Many non-elite colleges provide good value

Students and families should consider traditional college rankings such as U.S. News and World Report’s as mainly reflecting the caliber of the students who enroll in a specific college. Methods of determining how much value a given college adds to a student’s future income or career prospects is still evolving, but many colleges that are not considered “elite” do an excellent job of adding value to a student’s prospects.

  1. U.S. News Colleges. “U.S. News Best Colleges.” U.S. News & World Report, 2020, www.usnews.com/best-colleges
  2. Maria Clara Cobo, Julie Coleman, Madison Fernandez, Grace Kay and Derek Saul. “America’s Top Colleges 2019.” Forbes, Forbes Media, 2019, www.forbes.com/top-colleges/#324d7b251987.
  3. “Wall Street Journal/Times Higher Education College Rankings 2021.” Times Higher Education (THE), The World University Rankings, 11 Nov. 2020, www.timeshighereducation.com/rankings/united-states/2021#!/page/0/length/25/sort_by/rank/sort_order/asc/cols/stats
  4. The Princeton Review and Robert Franek. “Best 386 Colleges 2021.” The Princeton Review, TPR Education IP Holdings, LLC, 2020, www.princetonreview.com/college-rankings/best-colleges.
  5. U.S. Department of Education. “College Scorecard. ” U.S. Department of Education College Scorecard, Office of Planning, Evaluation and Policy Development (OPEPD), 2020, collegescorecard.ed.gov.
  6. Robert Morse and Eric Brooks. “A More Detailed Look at the Ranking Factors.” U.S. NEWS & World Report, THE 2021 U.S. NEWS & World Report Best Colleges rankings, 2020, www.usnews.com/education/best-colleges/articles/ranking-criteria-and-weights.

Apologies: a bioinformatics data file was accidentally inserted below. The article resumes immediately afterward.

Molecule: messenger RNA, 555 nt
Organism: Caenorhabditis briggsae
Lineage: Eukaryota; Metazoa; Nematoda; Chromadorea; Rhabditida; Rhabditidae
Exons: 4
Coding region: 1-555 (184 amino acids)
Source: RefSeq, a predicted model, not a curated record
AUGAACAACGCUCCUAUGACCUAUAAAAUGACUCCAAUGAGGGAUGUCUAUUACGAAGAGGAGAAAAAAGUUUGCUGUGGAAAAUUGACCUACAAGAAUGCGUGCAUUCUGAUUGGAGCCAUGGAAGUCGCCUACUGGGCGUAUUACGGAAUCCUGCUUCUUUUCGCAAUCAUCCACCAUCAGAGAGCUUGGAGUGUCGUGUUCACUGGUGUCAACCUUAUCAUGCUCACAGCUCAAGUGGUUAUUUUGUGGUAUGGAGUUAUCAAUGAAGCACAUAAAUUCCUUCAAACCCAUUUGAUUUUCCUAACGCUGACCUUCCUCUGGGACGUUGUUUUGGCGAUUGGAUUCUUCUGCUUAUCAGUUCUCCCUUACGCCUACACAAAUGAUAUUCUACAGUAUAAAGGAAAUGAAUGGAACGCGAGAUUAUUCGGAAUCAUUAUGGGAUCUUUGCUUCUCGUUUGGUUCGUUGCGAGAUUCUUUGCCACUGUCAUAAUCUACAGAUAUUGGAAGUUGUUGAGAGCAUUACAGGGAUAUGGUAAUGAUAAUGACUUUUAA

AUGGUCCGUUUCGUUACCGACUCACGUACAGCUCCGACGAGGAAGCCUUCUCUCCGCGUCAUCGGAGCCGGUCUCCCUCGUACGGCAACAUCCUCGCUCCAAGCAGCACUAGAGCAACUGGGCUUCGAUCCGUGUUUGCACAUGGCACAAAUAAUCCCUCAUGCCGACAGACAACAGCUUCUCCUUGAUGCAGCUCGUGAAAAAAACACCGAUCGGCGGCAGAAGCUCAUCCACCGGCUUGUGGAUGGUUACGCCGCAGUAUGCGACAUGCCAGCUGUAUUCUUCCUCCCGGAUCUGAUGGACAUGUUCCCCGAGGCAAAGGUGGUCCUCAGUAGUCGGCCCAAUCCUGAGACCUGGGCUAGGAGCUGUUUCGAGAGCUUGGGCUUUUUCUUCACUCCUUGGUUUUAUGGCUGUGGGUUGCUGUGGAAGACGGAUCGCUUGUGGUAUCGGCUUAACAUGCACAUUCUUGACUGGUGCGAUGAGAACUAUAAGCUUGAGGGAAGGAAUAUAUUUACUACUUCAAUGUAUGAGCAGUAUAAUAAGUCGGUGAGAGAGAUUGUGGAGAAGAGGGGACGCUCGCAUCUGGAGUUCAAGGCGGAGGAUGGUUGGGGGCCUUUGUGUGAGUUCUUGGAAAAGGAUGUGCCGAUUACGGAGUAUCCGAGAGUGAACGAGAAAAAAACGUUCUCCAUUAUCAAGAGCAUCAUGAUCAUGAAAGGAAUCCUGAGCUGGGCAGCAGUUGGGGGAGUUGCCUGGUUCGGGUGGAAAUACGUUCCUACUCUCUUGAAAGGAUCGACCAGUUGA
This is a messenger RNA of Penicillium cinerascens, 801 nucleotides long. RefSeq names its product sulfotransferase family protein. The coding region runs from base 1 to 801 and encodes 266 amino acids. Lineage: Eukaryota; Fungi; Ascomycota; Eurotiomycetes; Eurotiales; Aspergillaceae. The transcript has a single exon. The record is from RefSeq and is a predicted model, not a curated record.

7. Wai, Jonathan. “What College Rankings Really Measure — Hint: It’s Not Quality or Value.” The Conversation, The Conversation US, Inc., 12 Sept 2018, theconversation.com/what-college-rankings-really-measure-hint-its-not-quality-or-value-102163
  8. Rothwell, Jonathan. “Using Earnings Data to Rank Colleges: A Value-Added Approach Updated with College Scorecard Data.” Brookings, The Brookings Institution, 25 Aug. 2016, www.brookings.edu/research/using-earnings-data-to-rank-colleges-a-value-added-approach-updated-with-college-scorecard-data.
  9. Atkins, David, et al. “Washington Monthly’s 2020 College Guide and Rankings.” Washington Monthly, 21 Oct. 2020, washingtonmonthly. com/2020college-guide.
  10. William Schmidt, Nathan Burroughs, Lee Cogan, and Richard Houang. “Are College Rankings An Indicator of Quality Education?” Forum on Public Policy, The Forum on Public Policy, 2011, files.eric.ed.gov/fulltext/EJ969858.pdf.